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Roman (Carthaginian-born) comic poet
(c. 185 BC - 159 BC)
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Excess in nothing,--this I regard as a principle of the highest value in life.
  [Lat., Id arbitror
    Adprime in vita esse utile, Ut ne quid nimis.]
      - Andria (I, 1, 33) [Moderation]

I hold this to be the rule of life, "Too much of anything is bad."
  Lat., Nam id arbitror
    Adprime in vita esse utile un ne quid nimis.]
      - Andria (I, 1, 33) [Pleasure]

Obsequiousness begets friends; truth, hatred.
  [Lat., Obsequium amicos, veritas odium parit.]
      - Andria (I, 1, 41) [Manners]

When the mind is in a state of uncertainty the smallest impulse directs it to either side.
  [Lat., Dum in dubio est animus, paulo momento huc illuc impellitur.]
      - Andria (I, 5, 32) [Uncertainty]

No free man will ask as favor, what he can not claim as reward.
  [Lat., Neutiquam officium liberi esse hominis puto
    Cum is nihil promereat, postulare id gratiae apponi sibi.]
      - Andria (II, 1, 32) [Favors]

As you can not do what you wish, you should wish what you can do.
  [Lat., Quoniam id fieri quod vis non potest
    Id velis quod possis.]
      - Andria (II, 1, 6) [Wishes]

We all, when we are well, give good advice to the sick.
  [Lat., Facile omnes, quum valemus, recta consilia aegrotis damus.]
      - Andria (II, 1, 9) [Advice]

I am the most concerned in my own interests.
      - Andria (IV, 1) [Self-love]

It is to be believed or told that there is such malice in men as to rejoice in misfortunes, and from another's woes to draw delight.
  [Lat., Hoccin est credibile, aut memorabile
    Tanta vecordia innata cuiquam ut siet,
      Ut malis gaudeant alienis, atque ex incommodis
        Alterius, sue au comparent commoda?
      - Andria (IV, 1, 1) [Misfortune]

As we can, according to the old saying, when we can not, as we would.
  [Lat., Ut quimus, aiunt, quando ut volumnus, non licet.]
      - Andria (IV, 5, 10) [Prudence]

By too much knowledge they bring it about that they know nothing.
  [Lat., Faciunt nae intelligendo, ut nihil intelligant.]
      - Andria--Prologue (XVII) [Knowledge]

Said and done. Done as soon as said.
  [Lat., Dicta et facta.]
      - Eunuchus (5, 4, 19) [Action]

I know the nature of women. When you will, they will not; when you will not, they come of their own accord.
  [Lat., Novi ingenium mulierum;
    Nolunt ubi velis, ubi nolis cupiunt ultro.]
      - Eunuchus (IV, 7, 42) [Women]

It becomes a wise man to try negotiation before arms.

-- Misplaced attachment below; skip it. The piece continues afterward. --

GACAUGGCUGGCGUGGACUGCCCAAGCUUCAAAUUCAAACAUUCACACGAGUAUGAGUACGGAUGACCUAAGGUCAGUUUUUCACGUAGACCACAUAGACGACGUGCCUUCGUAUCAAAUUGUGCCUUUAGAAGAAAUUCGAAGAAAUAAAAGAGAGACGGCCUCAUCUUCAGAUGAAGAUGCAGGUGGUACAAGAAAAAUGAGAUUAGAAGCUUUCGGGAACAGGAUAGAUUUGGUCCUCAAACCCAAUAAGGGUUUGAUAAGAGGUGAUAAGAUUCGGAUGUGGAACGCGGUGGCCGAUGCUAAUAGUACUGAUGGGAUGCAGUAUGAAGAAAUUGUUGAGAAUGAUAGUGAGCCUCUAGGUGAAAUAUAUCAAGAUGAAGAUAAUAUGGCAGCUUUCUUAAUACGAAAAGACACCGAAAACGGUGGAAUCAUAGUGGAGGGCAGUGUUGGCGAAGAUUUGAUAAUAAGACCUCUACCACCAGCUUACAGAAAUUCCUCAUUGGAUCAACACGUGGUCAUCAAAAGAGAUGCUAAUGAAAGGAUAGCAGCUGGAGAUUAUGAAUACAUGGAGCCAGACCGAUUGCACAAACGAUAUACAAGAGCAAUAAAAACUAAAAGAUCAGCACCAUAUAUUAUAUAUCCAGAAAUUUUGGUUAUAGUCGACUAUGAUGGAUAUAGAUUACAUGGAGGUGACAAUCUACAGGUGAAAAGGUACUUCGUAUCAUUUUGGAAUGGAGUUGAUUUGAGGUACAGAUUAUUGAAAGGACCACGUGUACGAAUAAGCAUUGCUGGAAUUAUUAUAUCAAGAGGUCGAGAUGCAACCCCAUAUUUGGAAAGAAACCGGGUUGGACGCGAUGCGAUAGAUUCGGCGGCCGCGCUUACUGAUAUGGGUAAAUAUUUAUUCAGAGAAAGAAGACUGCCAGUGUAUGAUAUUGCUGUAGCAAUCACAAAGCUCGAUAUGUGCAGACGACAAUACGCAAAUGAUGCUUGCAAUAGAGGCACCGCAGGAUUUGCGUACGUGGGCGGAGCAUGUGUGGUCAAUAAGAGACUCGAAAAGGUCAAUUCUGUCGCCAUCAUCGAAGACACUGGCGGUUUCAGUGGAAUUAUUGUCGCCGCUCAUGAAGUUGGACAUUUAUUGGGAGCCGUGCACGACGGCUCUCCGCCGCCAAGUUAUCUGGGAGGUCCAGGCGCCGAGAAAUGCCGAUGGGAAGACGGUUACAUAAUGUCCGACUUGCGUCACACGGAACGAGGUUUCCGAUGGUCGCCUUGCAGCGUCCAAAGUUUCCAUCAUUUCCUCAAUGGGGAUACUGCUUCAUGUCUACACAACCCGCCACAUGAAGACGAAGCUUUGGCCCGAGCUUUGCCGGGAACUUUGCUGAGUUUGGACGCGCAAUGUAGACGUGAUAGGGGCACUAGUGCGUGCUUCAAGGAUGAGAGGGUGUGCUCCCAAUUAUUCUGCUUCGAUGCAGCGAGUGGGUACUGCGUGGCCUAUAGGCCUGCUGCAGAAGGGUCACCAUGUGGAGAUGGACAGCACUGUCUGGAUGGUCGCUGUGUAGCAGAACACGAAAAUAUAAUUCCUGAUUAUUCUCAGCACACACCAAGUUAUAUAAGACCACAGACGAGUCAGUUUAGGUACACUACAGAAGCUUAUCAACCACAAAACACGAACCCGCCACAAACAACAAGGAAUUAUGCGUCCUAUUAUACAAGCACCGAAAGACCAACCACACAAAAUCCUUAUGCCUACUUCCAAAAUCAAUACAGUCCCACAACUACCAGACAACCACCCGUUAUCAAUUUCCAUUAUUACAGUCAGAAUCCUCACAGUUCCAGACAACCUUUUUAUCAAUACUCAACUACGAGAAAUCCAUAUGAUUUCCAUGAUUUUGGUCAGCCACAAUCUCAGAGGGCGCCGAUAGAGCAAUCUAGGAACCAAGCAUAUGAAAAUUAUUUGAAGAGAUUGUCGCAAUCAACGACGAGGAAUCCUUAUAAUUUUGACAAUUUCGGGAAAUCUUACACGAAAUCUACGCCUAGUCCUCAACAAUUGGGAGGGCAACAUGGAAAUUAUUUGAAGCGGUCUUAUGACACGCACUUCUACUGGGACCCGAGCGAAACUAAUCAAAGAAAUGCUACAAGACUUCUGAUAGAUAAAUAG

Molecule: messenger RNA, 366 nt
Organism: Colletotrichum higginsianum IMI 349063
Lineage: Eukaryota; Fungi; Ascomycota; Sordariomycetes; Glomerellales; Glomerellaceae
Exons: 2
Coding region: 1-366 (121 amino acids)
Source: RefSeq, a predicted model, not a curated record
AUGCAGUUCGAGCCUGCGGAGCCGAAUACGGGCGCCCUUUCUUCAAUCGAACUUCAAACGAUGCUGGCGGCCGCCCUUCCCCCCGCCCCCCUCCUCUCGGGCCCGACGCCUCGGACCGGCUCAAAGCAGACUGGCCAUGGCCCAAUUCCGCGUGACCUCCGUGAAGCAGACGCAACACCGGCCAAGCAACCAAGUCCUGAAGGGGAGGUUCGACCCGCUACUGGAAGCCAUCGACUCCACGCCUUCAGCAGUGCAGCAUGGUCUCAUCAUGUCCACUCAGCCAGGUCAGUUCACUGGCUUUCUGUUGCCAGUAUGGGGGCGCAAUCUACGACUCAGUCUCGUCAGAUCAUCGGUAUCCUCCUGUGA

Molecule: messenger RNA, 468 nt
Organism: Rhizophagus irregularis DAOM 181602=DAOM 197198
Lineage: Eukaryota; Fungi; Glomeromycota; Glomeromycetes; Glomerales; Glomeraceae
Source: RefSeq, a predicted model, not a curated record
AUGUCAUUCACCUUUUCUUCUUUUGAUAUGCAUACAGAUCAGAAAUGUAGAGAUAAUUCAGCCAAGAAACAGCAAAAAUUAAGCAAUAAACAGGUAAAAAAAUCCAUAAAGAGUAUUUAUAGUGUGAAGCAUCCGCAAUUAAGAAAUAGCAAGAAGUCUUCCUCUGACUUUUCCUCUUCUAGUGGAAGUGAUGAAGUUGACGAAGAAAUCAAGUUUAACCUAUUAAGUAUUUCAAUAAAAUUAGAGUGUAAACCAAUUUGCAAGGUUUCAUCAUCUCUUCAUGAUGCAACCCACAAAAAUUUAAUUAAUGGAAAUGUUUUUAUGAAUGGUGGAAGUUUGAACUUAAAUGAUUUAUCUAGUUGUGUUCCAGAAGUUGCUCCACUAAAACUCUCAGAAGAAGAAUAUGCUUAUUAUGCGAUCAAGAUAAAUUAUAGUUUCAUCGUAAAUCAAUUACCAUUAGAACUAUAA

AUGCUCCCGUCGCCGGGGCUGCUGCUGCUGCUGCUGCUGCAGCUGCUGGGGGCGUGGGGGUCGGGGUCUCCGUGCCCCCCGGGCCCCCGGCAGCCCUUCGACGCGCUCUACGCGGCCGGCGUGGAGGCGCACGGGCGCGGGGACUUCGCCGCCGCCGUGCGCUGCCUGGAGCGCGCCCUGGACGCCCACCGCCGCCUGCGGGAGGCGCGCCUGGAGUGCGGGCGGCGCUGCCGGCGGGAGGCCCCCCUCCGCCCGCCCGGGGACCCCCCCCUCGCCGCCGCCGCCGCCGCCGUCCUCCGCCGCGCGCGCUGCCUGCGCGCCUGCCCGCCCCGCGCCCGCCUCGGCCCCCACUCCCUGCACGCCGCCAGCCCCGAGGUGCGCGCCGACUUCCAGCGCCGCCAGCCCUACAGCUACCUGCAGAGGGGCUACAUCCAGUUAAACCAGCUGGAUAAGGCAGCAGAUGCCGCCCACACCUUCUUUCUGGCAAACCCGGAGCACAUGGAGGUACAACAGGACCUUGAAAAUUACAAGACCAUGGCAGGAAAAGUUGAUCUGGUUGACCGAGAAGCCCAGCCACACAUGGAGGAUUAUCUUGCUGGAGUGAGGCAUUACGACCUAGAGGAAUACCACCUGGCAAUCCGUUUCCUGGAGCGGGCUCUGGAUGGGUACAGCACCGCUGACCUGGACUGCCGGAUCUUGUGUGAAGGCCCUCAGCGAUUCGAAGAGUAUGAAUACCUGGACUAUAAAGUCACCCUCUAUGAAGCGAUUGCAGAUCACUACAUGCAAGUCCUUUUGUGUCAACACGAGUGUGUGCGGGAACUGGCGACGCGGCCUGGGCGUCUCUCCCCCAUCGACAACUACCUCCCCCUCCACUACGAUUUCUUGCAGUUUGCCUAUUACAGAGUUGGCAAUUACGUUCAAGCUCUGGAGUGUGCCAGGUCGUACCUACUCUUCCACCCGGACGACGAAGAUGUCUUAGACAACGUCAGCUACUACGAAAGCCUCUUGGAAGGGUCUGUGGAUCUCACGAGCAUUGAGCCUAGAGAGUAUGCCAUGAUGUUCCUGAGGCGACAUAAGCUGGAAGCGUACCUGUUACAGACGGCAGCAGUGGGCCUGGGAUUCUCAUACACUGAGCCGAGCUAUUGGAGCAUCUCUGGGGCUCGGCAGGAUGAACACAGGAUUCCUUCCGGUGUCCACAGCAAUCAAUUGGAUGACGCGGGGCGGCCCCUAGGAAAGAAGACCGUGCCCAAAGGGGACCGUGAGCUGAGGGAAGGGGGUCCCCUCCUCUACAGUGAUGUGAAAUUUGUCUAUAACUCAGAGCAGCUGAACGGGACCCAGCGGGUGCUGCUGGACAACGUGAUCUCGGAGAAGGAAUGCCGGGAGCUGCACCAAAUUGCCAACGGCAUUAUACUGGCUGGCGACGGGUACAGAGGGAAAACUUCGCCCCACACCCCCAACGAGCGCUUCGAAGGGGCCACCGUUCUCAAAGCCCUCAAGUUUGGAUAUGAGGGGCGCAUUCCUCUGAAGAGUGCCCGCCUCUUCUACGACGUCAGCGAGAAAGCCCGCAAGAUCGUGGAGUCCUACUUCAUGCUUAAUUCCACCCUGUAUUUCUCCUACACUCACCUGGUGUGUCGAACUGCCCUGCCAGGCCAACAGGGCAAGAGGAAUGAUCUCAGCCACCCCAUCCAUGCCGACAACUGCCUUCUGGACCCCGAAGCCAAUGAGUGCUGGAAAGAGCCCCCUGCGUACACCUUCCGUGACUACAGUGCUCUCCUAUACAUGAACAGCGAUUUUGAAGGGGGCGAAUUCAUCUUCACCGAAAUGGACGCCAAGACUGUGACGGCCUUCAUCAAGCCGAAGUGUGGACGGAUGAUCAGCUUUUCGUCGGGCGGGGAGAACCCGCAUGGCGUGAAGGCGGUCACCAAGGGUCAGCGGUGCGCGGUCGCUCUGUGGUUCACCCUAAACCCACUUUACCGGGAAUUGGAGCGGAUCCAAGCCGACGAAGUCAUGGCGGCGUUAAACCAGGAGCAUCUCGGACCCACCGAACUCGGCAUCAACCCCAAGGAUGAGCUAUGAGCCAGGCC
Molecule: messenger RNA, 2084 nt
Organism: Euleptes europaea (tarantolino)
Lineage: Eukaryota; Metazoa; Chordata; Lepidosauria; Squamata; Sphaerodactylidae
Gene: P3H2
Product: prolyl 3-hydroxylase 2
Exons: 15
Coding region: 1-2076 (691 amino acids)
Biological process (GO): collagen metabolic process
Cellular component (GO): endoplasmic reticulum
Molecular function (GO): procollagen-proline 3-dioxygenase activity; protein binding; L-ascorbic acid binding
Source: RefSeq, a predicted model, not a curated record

[Lat., Omnia prius experiri verbis quam armis sapientem decet.]
      - Eunuchus (V, 1, 19) [War]

One evil rises out of another.
  [Lat., Aliud ex alio malum.]
      - Eunuchus (V, 7, 17) [Evil]

I will make you always remember this place, this day, and me.
  [Lat., Faciam, hujus, loci, dieique, meique semper memineris.]
      - Eunuchus (V, 7, 31) [Memory]

Nothing is said nowadays that has not been said before.
  [Lat., Nullum est jam dictum quod non dictum sit prius.]
      - Eunuchus--Prologue (XLI),
        as quoted by Donatus [Plagiarism : Speech]

I am a man, nothing that is human do I think unbecoming in me.
  [Lat., Homo sum, humani nihil a me alienum puto.]
      - Heauton timoroumenos (act I, sc. 1),
        (F.W. Ricord's translation) [Man]

From others' slips some profit from one's self to gain.
  [Lat., Hoc scitum'st periculum ex aliis facere, tibi quid ex usu sit.]
      - Heauton timoroumenos (I, 2) [Gain]

As God loves me, I know not where I am.
  [Lat., Ita me dii ament, ast ubi sim nescio.]
      - Heauton timoroumenos (II, 3, 67)

Woe to my wretched self! from what a height of hope have I fallen!
  [Lat., Vae misero mihi! quanta de spe decidi.]
      - Heauton timoroumenos (II, 3, 9) [Hope]

The nature of all men is so formed that they see and discriminate in the affairs of others, much better than in their own.
  [Lat., Ita comparatam esse naturam omnium, aliena ut melius videant et dijudicent, quam sua.]
      - Heauton timoroumenos (III, 1, 94)

Nothing is so difficult but that it may be found out by seeking.
  [Lat., Nil tam difficile quin quaerendo investigari possiet.]
      - Heauton timoroumenos (IV, 2, 8)

I go back to those who say: what if the heavens fall?
  [Lat., Redeo ad illes qui aiunt: quid si coelum ruat?]
      - Heauton timoroumenos (IV, 3) [Sky]

There is nothing so easy in itself but grows difficult when it is performed against one's will.
  [Lat., Nulla est tam facilis res, quin difficilis siet,
    Quum invitus facias.]
      - Heauton timoroumenos (IV, 6, 1)

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